Of the phosphites useful in this invention, it has been 3 found that phosphites produced from aromatic hydroxy compounds in which the aromatic nucleus is substituted in the 2 and 4 positions or the 2 and 5 positions by an aliphatic or cycloaliphatic radical having 1 to 6 carbon atoms are particularly advantageous and preferred. Examples of such compounds are tri(2-methyl-4-tertiary butyl phenyl) phosphite (B.P. 214 C. at 0.03 mm. pressure), tri(2-tertiary butyl-4-methyl phenyl) phosphite (B.P. 182183 C. at 0.08 mm. pressure), tri(2-tertiary butyl-5-methyl phenyl) phosphite (B.P. 202 C. at 0.06 mm. pressure) and the like. Tri(2-tertiary butyl-S-methyl phenyl) phosphite has been found to be very effective in preventing and reducing discoloration in a polycarbonate.

Any suitable method may be used to prepare the phosphites to be used in stabilizing polycarbonates against discoloration in accordance with this invention. For example, the triaryl phosphites can be prepared by heating the appropriate amount of a phenol with phosphorus trichloride, and splitting off hydrogen chloride. The aromatic or mixed aliphatic-aromatic phosphites can be prepared by an esterification process such as, for example, by esterifying triphenyl or tricresyl with the corresponding alcohol when the alcohol boils at a higher temperature than the corresponding phenol. The phosphites can be purified by fractional distillation and are obtained as colorless, par tially syrupy, partially crystalline compounds.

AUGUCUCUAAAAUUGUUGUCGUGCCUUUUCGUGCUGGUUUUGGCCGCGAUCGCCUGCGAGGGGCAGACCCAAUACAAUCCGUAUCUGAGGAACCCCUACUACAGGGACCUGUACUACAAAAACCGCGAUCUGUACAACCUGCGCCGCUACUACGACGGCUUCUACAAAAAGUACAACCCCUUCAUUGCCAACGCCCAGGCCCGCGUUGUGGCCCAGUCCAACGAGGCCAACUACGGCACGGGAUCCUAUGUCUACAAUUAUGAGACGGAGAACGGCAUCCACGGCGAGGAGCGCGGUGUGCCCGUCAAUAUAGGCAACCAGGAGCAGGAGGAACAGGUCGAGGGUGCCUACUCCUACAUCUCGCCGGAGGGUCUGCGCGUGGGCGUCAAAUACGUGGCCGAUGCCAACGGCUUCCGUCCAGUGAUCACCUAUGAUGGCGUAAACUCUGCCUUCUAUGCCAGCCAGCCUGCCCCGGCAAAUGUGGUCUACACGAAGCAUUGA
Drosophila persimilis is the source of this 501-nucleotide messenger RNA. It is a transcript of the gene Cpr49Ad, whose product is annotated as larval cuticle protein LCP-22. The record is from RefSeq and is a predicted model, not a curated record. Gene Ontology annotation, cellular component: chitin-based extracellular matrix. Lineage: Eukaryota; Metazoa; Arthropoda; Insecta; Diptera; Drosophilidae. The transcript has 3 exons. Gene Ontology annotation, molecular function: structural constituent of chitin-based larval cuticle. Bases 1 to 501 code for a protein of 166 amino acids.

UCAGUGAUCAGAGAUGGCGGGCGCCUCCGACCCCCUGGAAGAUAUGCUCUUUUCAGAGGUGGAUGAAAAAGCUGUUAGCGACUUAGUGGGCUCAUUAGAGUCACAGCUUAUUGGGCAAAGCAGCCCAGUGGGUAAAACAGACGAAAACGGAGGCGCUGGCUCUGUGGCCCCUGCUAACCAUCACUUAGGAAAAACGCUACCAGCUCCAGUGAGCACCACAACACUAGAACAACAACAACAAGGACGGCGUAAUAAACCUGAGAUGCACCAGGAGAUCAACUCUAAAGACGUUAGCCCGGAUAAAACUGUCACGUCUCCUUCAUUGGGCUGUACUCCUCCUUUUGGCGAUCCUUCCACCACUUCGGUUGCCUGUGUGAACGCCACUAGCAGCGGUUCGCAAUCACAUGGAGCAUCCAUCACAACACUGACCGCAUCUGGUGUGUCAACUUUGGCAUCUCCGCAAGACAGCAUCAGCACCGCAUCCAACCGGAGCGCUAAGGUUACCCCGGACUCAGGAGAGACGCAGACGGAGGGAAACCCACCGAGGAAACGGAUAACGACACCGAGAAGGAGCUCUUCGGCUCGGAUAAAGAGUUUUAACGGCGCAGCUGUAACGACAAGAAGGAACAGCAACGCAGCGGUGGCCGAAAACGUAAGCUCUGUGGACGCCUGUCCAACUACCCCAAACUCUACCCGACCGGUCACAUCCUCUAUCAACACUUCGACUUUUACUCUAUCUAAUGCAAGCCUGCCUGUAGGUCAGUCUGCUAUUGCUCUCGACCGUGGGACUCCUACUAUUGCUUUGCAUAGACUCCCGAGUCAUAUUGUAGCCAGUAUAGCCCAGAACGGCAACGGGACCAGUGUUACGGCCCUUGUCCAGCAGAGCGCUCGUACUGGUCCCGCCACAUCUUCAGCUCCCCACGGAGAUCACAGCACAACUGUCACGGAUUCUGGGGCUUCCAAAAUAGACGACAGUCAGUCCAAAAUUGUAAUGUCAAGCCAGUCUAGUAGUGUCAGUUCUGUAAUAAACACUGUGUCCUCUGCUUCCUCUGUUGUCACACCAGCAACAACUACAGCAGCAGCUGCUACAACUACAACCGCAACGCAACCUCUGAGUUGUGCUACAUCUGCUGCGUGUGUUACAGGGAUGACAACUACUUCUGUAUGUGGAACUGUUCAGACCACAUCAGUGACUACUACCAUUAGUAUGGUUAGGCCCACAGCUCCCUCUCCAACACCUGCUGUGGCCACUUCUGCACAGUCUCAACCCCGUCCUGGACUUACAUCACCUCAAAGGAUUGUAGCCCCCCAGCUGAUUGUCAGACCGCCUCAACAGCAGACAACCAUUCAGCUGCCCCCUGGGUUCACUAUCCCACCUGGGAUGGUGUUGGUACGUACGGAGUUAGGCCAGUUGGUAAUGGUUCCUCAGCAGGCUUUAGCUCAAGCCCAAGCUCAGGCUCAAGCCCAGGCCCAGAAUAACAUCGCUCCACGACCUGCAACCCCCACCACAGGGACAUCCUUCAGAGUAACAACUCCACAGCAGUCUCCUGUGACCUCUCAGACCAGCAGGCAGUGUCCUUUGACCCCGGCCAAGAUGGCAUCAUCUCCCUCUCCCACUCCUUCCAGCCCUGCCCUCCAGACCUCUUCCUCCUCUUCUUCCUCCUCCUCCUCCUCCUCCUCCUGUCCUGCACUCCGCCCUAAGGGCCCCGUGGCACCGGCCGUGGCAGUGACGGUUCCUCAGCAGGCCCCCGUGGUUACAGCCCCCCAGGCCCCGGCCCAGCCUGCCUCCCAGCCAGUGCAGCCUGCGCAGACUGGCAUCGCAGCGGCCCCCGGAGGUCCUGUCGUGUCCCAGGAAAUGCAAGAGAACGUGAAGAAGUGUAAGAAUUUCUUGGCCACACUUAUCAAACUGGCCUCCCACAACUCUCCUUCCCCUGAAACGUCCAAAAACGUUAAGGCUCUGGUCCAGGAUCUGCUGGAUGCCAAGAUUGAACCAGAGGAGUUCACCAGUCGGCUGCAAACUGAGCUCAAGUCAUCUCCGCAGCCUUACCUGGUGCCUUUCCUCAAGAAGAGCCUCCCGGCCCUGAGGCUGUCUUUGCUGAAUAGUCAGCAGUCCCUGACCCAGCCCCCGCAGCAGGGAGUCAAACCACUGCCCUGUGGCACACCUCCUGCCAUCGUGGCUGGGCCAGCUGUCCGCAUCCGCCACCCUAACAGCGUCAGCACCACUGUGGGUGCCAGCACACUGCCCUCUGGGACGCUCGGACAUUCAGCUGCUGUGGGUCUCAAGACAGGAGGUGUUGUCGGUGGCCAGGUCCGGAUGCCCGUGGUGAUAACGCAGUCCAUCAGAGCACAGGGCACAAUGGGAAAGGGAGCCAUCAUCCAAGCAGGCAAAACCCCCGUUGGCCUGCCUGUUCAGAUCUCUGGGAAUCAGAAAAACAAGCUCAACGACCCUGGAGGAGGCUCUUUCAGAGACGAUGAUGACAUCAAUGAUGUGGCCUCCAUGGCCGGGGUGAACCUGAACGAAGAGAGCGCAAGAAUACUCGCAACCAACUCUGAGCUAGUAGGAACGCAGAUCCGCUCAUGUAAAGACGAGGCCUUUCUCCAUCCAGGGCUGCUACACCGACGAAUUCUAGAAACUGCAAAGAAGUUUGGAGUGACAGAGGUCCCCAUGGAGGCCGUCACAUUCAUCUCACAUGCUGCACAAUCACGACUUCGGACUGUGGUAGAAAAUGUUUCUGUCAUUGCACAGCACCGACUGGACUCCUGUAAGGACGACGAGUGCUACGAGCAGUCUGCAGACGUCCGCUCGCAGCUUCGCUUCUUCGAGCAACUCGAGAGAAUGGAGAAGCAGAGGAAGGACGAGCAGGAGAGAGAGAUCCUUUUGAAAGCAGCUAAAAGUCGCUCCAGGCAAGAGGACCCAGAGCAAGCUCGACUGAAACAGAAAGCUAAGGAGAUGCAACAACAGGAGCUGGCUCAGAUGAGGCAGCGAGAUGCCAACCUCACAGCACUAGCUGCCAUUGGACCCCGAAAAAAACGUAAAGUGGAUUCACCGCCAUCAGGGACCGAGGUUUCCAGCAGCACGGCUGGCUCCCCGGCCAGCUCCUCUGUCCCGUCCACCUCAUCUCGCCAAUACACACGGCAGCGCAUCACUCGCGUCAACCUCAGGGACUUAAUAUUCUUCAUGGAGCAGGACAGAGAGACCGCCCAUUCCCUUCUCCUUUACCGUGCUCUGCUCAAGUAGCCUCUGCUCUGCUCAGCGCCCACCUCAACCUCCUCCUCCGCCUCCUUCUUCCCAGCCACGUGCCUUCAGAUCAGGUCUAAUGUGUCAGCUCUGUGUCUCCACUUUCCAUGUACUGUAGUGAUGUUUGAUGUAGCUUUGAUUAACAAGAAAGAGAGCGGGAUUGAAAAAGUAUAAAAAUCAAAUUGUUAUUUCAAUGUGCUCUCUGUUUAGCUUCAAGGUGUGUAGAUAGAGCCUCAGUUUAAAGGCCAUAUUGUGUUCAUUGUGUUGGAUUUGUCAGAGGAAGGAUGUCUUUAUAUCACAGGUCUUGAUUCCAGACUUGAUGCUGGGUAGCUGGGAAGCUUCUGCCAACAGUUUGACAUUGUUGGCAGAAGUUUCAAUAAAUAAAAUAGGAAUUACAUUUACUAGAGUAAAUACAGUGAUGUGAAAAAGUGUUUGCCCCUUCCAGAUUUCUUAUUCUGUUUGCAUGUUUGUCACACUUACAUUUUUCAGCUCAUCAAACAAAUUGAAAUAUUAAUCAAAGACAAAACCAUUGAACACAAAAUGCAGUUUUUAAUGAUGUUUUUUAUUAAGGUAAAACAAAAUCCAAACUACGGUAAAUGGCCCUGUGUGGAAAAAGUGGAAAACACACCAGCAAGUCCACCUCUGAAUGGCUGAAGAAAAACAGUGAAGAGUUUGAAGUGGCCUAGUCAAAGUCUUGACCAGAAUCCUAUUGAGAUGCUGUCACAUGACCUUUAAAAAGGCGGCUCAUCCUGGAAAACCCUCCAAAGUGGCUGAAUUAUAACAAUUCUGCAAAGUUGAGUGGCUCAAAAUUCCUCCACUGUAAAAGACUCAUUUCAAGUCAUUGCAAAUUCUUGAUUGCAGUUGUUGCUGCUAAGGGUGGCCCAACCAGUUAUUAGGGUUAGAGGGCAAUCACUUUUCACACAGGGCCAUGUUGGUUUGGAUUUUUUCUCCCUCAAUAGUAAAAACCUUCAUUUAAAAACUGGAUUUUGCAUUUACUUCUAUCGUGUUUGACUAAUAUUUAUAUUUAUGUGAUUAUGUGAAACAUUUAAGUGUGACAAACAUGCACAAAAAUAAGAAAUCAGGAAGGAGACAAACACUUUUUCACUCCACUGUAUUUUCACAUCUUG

Any amount of the phosphites of this invention will stabilize a polycarbonate polymer against discoloration and whats more, will even reduce, and in some cases, do away altogether with the discoloration which usually takes place in a polycarbonate polymer after it .is formed, Preferably, however, from about 0.01 percent by weight to about 1 percent by weight of the phosphite based on the weight of the polycarbonate should be used, and most preferably, from about 0.05 percent to about 0.2 percent by weight. Caution should be exercised in the amount of the phosphite used with a particular polycarbonate polymer since amounts larger than about 1 percent will stabilize a polycarbonate against discoloration but might also deleteri ously effect the mechanical properties of some polycarbonates.